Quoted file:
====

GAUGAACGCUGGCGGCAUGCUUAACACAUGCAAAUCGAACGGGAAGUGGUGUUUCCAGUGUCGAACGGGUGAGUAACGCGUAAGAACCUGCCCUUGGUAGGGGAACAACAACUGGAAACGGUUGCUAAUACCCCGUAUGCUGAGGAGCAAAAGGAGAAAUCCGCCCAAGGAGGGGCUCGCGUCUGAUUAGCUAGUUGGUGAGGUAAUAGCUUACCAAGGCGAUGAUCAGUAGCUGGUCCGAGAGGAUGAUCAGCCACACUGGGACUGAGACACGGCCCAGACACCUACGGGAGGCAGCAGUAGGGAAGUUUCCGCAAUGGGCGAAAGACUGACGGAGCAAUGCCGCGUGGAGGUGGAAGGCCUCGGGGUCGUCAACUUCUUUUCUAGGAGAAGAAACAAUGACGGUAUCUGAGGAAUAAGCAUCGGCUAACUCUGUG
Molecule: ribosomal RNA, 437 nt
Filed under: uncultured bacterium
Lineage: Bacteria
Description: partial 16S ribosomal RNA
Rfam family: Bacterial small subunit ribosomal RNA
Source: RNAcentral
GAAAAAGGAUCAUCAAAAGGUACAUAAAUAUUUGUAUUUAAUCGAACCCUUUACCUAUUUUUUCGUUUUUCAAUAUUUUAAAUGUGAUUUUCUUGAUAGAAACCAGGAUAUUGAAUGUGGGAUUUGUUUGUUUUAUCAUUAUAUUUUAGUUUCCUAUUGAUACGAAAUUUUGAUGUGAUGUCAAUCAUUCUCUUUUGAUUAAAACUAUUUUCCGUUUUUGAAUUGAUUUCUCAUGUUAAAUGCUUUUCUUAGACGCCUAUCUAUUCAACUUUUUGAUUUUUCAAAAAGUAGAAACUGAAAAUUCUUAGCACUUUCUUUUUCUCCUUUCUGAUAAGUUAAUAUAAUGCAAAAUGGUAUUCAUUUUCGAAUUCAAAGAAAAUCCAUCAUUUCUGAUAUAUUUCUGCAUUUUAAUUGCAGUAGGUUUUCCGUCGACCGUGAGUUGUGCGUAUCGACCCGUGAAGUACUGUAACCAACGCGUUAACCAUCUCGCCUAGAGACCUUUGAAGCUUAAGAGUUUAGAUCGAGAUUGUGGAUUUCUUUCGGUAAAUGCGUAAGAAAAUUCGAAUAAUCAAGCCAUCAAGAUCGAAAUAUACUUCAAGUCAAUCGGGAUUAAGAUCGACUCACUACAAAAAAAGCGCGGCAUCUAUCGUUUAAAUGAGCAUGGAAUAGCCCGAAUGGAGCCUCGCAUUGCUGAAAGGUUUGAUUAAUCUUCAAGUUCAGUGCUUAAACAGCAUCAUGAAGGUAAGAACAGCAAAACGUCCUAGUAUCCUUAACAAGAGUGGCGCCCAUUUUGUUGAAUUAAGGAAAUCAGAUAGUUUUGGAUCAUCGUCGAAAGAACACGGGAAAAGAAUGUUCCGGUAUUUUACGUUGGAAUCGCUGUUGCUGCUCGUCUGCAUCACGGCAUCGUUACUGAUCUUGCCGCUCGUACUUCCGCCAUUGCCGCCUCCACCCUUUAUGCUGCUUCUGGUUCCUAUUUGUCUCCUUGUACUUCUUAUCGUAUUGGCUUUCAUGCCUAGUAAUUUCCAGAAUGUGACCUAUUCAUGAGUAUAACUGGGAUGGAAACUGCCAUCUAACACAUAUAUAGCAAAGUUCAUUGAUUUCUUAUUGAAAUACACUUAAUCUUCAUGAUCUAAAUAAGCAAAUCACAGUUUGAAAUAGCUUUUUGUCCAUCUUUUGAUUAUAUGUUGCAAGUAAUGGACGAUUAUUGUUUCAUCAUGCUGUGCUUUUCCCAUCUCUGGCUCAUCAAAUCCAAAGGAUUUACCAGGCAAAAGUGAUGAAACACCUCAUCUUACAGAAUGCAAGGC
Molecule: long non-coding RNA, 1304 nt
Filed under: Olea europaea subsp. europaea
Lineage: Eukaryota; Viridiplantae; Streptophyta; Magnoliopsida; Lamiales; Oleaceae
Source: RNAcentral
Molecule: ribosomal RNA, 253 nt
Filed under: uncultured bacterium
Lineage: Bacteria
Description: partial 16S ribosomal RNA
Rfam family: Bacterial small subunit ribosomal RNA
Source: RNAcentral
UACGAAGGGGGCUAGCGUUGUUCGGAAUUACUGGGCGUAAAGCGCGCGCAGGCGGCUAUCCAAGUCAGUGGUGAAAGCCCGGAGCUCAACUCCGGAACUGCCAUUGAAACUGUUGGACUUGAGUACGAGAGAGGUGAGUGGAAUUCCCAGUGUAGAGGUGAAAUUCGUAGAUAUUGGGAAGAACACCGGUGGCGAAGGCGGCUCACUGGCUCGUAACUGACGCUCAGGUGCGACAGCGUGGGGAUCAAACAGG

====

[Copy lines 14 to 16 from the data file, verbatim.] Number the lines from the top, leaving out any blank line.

Filed under: uncultured bacterium
Lineage: Bacteria
Description: partial 16S ribosomal RNA